When a director who normally makes a particular type of film steps outside his genre its normally worth a watch. Just to see how they get on inside their newly found territory.

  24. Jan says:

    Here you’ll know about this Snows tell us the story about the great dividing hedge of India. Your’e better than me at this sort of stuff. That hedge was a mighty endeavour and very famous in its time. How does a creation like that happen and over time become completely forgotten? Then to become ‘re- remembered and forgotten once more.

    Is it that the border it delineated just became irrelevant or that mores and technology changed – or something even easier to understand like major road building. The partitioning process – the passing if empire. Or a concoction of all these elements.

    We might be entering into a phase of rapid social change just about now. I wonder what we’ll have completely written off and abandoned in rather less than a century?

  25. snowy says:

    The ‘Great Hedge’ itself was only around for 10 years, and the story behind it is drier than a mummy’s bed-socks.

    Matchsticks at the ready?

    It was part of an internal tax border, which began when the East India Co. gained control of the supply of salt for the whole sub-continent and slapped a levy on it. [Salt was very important, India being hot, humid and short of refrigeration at the time]. Tax anything hard enough, smuggling it becomes a lucrative business.

    The border had posts every mile, but people would still nip across in the gaps. A wall was too expensive, patrols ineffective and so a man with a botanical bent ordered the planting of a 10′ deep hedge.

    It never worked properly, Tax it = Smuggling, To fight smuggling costs money = Tax it more, Higher tax = Smugglers can charge higher prices, Rich smugglers can buy off Tax officials = System collapses.

    Salt would remain a source of friction between the people and the government for decades, and would form the focus of The Salt March carried out by Mr Ghandi in the 1930s.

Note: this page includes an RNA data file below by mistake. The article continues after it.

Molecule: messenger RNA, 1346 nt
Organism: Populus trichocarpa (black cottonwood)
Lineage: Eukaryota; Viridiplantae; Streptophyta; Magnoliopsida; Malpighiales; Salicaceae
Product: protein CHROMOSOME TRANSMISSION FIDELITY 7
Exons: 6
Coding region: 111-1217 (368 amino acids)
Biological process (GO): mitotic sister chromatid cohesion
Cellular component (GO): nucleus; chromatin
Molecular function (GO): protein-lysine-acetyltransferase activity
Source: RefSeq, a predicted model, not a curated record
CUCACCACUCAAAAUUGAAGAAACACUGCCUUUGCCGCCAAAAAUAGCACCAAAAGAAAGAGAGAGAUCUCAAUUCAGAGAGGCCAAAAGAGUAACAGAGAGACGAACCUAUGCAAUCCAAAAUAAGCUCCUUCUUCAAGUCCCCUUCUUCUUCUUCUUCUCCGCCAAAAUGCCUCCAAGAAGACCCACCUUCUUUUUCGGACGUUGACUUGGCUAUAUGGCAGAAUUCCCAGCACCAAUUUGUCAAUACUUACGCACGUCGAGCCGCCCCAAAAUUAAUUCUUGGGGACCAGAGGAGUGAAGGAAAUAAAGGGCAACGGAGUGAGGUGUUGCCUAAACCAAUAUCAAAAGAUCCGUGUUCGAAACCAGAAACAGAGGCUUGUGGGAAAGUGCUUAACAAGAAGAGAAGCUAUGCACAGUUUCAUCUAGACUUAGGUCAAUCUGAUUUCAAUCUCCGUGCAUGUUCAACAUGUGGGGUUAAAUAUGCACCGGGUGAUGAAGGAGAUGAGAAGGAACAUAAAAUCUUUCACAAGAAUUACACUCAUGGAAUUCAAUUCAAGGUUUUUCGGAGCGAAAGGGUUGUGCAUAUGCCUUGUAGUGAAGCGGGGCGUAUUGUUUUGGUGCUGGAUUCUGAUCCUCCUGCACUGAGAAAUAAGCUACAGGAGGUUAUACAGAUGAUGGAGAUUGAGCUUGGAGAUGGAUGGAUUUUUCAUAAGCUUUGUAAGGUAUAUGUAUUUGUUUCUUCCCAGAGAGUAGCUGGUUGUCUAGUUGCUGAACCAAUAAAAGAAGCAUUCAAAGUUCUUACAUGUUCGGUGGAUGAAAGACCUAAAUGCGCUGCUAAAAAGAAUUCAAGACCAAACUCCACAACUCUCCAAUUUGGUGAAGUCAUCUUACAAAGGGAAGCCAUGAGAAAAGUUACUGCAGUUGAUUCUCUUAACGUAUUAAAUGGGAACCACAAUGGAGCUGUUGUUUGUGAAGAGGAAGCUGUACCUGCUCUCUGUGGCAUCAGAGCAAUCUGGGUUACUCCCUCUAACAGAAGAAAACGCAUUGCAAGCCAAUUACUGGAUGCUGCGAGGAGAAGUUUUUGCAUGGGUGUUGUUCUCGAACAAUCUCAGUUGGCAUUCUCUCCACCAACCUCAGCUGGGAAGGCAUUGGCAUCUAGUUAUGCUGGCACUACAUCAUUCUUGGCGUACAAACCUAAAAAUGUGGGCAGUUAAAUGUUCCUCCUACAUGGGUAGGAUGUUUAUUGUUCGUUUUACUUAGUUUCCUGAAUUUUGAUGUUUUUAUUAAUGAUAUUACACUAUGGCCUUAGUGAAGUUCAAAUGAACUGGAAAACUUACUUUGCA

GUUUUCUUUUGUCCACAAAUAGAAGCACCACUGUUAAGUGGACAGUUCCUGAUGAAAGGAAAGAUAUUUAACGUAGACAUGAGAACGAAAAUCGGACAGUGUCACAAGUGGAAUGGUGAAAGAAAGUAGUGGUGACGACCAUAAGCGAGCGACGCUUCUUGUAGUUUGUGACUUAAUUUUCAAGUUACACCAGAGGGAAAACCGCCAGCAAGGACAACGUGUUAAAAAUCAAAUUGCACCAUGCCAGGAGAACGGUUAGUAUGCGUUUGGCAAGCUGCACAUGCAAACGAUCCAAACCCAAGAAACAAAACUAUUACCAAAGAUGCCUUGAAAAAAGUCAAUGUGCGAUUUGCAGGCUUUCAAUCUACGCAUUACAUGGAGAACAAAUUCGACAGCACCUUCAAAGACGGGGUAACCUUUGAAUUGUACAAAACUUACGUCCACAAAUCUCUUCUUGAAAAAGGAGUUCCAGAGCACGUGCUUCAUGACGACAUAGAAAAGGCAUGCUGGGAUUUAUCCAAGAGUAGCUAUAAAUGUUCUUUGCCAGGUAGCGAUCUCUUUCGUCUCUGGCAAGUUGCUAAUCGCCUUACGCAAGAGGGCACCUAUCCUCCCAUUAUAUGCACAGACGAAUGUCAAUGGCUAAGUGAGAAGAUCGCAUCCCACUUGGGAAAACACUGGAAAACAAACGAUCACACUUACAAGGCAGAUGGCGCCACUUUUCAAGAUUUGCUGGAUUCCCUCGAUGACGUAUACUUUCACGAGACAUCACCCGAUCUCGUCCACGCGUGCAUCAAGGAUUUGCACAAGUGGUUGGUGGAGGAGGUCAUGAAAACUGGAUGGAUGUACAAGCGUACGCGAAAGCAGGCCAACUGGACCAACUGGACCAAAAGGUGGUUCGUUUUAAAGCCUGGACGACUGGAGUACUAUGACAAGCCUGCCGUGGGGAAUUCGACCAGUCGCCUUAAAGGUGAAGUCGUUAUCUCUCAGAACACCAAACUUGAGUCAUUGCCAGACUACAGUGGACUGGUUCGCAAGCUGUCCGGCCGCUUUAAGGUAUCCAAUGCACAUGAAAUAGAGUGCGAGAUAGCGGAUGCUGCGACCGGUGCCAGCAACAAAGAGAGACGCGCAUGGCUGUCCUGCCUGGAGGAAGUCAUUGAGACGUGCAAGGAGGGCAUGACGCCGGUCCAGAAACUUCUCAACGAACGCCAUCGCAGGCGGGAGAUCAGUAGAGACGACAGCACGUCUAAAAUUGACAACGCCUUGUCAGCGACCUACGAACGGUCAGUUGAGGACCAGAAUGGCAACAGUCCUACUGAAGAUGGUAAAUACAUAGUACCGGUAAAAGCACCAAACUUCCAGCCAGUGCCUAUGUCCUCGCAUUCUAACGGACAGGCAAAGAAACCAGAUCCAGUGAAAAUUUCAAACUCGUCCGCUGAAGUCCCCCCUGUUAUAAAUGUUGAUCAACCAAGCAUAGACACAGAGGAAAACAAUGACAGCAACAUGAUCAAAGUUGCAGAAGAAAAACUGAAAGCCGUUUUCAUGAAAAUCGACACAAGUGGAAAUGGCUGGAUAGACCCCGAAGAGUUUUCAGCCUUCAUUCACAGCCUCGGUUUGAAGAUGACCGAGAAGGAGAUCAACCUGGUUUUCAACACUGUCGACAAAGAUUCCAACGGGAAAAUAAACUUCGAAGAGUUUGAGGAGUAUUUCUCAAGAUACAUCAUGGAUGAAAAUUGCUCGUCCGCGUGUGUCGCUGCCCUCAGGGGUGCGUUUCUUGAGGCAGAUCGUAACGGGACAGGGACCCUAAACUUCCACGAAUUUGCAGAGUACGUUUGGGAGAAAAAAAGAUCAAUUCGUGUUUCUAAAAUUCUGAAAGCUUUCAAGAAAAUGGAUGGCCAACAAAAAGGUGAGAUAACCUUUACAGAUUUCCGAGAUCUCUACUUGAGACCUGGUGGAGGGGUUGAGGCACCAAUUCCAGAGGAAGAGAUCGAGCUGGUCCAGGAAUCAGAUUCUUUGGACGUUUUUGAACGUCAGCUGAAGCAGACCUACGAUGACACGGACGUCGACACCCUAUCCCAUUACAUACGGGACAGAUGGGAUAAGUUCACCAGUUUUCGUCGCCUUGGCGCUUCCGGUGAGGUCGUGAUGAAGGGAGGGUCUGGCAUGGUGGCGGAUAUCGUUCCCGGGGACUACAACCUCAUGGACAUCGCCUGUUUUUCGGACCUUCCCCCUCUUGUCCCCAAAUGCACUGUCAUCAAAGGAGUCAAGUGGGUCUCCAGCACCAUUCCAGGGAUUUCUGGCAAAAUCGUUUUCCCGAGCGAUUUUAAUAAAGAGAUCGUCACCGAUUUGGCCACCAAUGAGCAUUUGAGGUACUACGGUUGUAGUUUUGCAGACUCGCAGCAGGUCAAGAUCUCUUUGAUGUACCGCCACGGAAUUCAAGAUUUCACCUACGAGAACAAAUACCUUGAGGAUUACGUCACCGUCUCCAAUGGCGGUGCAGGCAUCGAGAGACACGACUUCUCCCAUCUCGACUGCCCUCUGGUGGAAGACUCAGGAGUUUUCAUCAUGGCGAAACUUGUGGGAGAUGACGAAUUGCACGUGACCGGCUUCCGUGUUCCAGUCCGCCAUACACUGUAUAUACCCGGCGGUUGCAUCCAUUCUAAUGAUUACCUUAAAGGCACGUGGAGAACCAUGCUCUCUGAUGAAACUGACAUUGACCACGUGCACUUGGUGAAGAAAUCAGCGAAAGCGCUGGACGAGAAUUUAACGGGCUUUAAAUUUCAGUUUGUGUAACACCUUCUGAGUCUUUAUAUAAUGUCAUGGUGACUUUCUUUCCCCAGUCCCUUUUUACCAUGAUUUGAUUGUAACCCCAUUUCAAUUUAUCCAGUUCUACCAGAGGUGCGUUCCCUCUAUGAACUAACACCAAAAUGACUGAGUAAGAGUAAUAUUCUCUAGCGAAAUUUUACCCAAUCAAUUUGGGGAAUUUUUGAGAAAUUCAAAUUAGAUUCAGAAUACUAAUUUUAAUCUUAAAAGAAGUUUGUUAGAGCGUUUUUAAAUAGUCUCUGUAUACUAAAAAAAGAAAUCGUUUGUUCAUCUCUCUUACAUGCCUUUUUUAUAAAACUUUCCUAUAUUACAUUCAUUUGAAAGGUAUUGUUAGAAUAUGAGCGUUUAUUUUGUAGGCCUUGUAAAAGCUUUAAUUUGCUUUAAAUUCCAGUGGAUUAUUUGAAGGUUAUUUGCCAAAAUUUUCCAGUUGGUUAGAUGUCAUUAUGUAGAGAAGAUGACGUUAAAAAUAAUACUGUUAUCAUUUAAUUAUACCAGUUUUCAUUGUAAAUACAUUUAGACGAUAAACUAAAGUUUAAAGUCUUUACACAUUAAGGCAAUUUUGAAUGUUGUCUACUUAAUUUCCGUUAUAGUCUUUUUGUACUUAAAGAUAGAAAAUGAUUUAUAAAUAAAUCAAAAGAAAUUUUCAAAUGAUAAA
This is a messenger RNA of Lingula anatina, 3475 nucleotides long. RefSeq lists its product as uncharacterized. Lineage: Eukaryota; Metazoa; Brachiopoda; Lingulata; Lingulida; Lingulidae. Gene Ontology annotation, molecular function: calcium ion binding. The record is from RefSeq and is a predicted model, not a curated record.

[There is a whole book about the hedge, but it’s even drier than my precis.]

  26. snowy says:

    As to what we will have abandoned, ‘going to the pictures’ to see a film is looking very shaky at the moment, ban on large gatherings, studios pulling films and home screens getting bigger and better. Probably not going to last.

  27. Jan says:

    that was it Snowy salt! That’s what I couldn’t remember – spending too much
    time @ work.

    How big was this enormous privet? (Cor Spell checker could have right cast me adrift there…)

    Wot sort of hedge was it? this thing…no I’m being idle I’ll Google it. Just going to have some tea not eaten since breakfast.

    Someone said to me that it was a “living precursor” of Mr Trump’s wall and I never got it. I do now. I suppose it’s not just heavy taxing that encourages smuggling its refusing to tax stuff at all and in that way encouraging widespread smuggling……

    Cheers medears

  28. Jan says:

    Maybe it won’t just be films that grow legs on newer ever bigger screen tvs. With more time needing filling then it could be computer games that show real growth.

  29. SteveB says:

    „nor does he condescend to his characters„

    Agree so much with this sentiment, the worst thing about woke-ness imo is the condescension.

    I read recently a book of memories of Indian troops from the war of course much is shameful but there are also many positive things.

  30. Ian Luck says:

    Oh, if only it was Pink Floyd’s D.Gilmore esq. I can see prog rock interfacing territorial disputes: “The Practical Use Of The Twenty Five Minute Keyboard Solo In Border Incursions” by Van De Graaf Generator.
    “Guitar Noodling With Multiple Layered Effects And Loops As A Distraction Technique”, by Robert Fripp.
    “Ambient Video Installation Music To Clobber Chiefs By (volume IX)”, by Brian Eno.
    “Monoped Flute Interludes As A Cover For Ground Assault”, by Ian Anderson and Jethro Tull.
    That sort of thing.